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In-Game Items That Were A Total Waste Of Time

Game developers are masters of data optimization. Studios have a ton of tricks to help them cram 20 hours worth of story and a game world the size of Los Angeles into 50GB of disc space. They can recycle audio assets, recolor NPCs, and most importantly, reduce the number of in-game items. If they aren't useful, then they're a waste of time and space, but sometimes that's the point.


Depending on the tone of the game, and the mischievousness of the developers, a useless item or three might be added to a program. Perhaps the item is part of a running gag developers like to play on their fans, or maybe the item is a beginner's trap designed to teach via baptism of fire. Either way, these items ultimately serve no mechanical purpose and are better off separated from gamers and their inventories.

Here is a small sampling of items to avoid in video games. However, if you can find a use for them not even the developers imagined, good on you.

Hestu's Gift - The Legend of Zelda: Breath of the Wild

"The Legend of Zelda: Breath of the Wild" rewrote the "Legend of Zelda" book. Instead of having infinitely deep pockets, Link can only carry a few weapons and shields at a time, and players need all they can find because everything in the game is frighteningly brittle. The more Korok Seeds players uncover, the more they can increase Link's storage capacity up to a point. Many gamers wondered what would happen if they found all the seeds in the game — a daunting task since there are 900 in total — but one player was up to the challenge. The reward was utter crap. Literally.


In 2017, reddit user xFateAwaitsx scoured Hyrule, pocketed every seed, and then reported back to Hestu for their grand reward. Instead of something like, say, infinite weapon durability (which would have diminished the need to collect weapons but been nice regardless) Hestu bestowed upon them ... a golden poop. The item has no mechanical impact on the game whatsoever, and we know it's poop because it "smells pretty bad."

For the time it took to find all 900 seeds, Hestu's Gift is not even worth the bragging rights. According to the game's director, Hidemaro Fujibayashi, this fecal reward for completionists was chosen because his team "thought it would be funny to make that a big joke" (via IGN).


The gift might have been made for a gag, but given the arduous tasks needed to find it, the developers are the only ones laughing. Only lorehounds get any real use out of Hestu's Gift, but does anyone really need confirmation that Korok Seeds were poop all along?

Mysterious Amulet - Borderlands 2

The "Borderlands" story rests on two pillars: guns and comedy — kinda obvious when one of the series' most famous quest givers tasks players with shooting him in the face. Each entry uses an RNG system to produce a never-ending tide of equipment, and while some items are underpowered due to luck, others are intentionally bad for the sake of a joke. Weapons like the Bane and Captain Blade's Midnight Star are infamously useless, but one piece of equipment is even more pointless than a grenade that bounces back at players.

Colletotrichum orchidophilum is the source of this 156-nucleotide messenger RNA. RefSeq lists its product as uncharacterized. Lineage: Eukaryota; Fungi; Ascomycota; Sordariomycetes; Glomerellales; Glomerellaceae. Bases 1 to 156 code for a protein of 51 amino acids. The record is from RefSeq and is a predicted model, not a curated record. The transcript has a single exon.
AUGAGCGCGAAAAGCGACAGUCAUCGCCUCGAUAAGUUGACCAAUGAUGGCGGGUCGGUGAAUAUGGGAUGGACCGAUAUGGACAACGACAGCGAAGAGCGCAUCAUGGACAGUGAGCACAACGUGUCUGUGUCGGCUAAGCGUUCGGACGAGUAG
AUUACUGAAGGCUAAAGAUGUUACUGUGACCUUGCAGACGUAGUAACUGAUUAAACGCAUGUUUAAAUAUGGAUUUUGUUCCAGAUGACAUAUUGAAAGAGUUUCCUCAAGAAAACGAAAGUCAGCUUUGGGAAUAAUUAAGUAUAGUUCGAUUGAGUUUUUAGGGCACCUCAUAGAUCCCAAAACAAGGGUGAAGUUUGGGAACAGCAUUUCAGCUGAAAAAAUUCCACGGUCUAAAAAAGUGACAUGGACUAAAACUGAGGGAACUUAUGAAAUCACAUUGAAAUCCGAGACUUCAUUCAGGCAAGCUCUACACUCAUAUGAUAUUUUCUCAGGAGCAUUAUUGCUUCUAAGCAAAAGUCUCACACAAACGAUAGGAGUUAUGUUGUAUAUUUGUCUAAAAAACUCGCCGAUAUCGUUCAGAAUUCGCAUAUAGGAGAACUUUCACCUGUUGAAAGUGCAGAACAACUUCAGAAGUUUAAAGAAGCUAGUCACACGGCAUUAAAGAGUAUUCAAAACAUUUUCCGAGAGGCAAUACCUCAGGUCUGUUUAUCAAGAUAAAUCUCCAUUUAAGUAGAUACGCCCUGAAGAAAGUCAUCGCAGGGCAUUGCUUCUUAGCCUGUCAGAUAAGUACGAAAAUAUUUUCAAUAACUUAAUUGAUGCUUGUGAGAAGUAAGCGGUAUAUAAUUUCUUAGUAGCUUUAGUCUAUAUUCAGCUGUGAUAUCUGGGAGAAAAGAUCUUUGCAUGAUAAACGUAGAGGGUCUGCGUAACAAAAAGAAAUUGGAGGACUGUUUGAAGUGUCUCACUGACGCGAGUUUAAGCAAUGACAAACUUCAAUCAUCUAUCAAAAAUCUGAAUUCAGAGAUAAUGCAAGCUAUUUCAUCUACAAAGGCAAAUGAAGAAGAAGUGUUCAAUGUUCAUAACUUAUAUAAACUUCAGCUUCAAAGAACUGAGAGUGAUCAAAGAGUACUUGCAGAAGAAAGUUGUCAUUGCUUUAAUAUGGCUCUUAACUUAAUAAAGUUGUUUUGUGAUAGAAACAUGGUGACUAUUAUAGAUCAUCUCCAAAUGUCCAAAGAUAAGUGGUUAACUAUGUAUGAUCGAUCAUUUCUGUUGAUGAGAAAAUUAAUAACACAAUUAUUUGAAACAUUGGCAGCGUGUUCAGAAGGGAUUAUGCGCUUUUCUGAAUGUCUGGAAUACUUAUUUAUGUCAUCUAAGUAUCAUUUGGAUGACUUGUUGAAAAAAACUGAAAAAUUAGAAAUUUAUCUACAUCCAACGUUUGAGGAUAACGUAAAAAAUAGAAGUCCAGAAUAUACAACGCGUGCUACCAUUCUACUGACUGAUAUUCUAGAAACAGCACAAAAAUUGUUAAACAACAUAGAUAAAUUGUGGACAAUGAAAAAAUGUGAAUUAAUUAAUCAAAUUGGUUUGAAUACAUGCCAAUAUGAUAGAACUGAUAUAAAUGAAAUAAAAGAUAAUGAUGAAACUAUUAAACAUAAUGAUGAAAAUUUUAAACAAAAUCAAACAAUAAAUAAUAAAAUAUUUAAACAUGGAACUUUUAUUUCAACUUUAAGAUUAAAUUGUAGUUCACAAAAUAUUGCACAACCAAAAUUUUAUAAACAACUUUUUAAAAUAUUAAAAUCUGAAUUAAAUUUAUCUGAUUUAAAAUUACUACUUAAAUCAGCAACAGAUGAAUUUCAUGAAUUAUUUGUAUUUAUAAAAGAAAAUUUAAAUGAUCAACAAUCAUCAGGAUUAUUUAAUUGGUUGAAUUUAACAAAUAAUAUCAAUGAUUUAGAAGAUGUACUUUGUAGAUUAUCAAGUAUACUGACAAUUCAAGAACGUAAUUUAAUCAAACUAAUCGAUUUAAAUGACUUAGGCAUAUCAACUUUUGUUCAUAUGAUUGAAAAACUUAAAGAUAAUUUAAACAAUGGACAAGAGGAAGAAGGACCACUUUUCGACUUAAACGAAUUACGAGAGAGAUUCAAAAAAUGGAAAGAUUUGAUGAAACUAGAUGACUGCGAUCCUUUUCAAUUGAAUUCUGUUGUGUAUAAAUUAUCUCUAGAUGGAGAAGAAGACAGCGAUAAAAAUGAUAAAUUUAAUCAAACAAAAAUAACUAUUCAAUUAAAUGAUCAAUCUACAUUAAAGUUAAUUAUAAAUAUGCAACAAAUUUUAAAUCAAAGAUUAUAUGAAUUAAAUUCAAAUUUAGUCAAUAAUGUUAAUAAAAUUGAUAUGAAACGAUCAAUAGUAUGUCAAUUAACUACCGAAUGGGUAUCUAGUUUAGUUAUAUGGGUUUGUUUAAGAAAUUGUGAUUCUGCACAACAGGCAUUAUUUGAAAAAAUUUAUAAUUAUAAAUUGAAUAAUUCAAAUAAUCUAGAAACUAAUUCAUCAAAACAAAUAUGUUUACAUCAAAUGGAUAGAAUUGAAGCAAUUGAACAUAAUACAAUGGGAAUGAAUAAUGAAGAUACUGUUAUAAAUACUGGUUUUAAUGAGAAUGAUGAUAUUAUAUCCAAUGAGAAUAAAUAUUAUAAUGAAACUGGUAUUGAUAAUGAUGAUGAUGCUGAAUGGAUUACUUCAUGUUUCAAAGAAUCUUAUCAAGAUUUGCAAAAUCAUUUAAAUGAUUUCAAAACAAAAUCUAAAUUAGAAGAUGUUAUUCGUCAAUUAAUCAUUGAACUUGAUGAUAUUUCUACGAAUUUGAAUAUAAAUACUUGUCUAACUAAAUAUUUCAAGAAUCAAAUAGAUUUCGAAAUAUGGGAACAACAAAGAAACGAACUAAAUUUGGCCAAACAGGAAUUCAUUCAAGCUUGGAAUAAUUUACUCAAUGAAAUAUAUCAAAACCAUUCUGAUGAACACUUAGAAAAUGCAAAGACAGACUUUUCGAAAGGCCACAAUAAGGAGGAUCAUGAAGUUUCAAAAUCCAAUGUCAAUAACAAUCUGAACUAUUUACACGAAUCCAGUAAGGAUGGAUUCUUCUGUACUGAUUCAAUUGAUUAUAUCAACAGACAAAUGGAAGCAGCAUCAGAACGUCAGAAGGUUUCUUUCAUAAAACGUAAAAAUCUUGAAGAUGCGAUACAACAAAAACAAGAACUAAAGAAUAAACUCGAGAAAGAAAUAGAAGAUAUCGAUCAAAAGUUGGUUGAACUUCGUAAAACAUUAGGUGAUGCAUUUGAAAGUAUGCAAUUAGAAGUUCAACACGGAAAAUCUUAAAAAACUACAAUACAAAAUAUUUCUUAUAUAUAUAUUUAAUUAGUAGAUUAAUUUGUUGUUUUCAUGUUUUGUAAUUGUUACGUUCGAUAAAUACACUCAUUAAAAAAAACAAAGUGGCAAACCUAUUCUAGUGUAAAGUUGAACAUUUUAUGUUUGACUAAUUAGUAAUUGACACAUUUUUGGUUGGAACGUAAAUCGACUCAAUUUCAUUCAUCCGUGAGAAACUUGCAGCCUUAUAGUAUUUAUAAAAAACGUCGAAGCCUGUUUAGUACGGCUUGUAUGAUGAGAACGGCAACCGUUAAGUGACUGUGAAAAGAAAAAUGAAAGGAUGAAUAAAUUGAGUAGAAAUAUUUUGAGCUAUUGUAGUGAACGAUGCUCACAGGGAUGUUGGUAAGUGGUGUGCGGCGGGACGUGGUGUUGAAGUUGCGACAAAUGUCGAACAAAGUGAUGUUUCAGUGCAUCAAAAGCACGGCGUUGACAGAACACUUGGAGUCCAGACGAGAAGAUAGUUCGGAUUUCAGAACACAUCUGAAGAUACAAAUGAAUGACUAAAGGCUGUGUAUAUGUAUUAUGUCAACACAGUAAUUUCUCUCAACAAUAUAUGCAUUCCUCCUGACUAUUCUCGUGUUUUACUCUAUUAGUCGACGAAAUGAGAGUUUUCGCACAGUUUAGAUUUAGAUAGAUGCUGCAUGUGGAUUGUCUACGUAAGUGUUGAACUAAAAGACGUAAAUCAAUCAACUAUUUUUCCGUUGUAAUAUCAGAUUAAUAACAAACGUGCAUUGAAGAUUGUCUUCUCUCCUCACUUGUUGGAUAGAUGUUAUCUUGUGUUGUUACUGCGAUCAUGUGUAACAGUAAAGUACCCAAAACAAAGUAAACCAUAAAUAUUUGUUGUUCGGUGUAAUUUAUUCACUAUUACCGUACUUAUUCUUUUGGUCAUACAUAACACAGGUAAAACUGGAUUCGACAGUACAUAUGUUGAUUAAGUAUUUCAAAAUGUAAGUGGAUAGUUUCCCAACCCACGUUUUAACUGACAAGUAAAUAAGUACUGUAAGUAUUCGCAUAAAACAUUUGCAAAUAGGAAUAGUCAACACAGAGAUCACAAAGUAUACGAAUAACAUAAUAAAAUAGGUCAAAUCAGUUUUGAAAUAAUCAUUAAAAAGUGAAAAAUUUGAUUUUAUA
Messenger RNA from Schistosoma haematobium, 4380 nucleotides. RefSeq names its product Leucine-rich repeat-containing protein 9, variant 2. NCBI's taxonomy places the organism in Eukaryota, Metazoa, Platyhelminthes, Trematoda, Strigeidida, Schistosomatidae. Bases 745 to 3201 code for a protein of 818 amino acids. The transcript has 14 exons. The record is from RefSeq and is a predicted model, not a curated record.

In the "Tiny Tina's Assault on Dragon Keep" DLC, players might encounter Mr. Miz. His sole quest, The Amulet, asks you to either purchase the Mysterious Amulet from him or punch him in the face. Buying and equipping the item increases the vague Friendship stat, which only makes a character's boots sparkle with pixie dust, and only if they wear it while paired with other amulet users. The effect is as cosmetic as it is pointless.

Knowing the amulet's frivolity, you might be tempted to punch Mr. Miz in the face — Brick certainly wants to. However, the item became semi-useful thanks to the surprise final "Borderlands 2" DLC, "Commander Lilith & The Fight for Sanctuary." In the expansion, Handsome Jack's bedazzled unicorn Butt Stallion will puke up a random weapon whenever players give it Eridium. If players force feed Butt Stallion the alien currency while wearing the Mysterious Amulet, she will cough up Unicornsplosion, a glowing shotgun that shoots out mini-Butt Stallions that explode in a rainbow of destruction.


Without the final DLC, though, the Mysterious Amulet is completely pointless. Unless you like kicking up pink sparkles.

Almost everything sold by Griftah - World of Warcraft

Video game logic dictates that every playable character in MMORPGs know certain skills. The ability to swim like a shark, heal grievous injuries with home-cooked meals, and jump like an Olympic athlete are standard from level one. Leave it to a game like "World of Warcraft" to turn this trope into an NPC who is in on the joke.


Players who wander locations such as Shattrath, Dalaran, and Dazar'alor can find the shady businesstroll Griftah. For those not caught up on early 1900s lingo, a "grifter" is another word for a con-artist or swindler, and much like old comic villains whose names described their criminal modus operandi, Griftah is a snake oil salesman and proud of it.

Virtually every piece of Griftah's wares is expensive and completely worthless. The Marvelous Madstone of Immortality? Players can already come back to life after death. The Stone of Stupendous Springing Strides? The game already has a dedicated jump button. The Infallible Tikbalang Ward? Tikbalangs don't exist in "World of Warcraft," so how could anyone prove the wards actually work?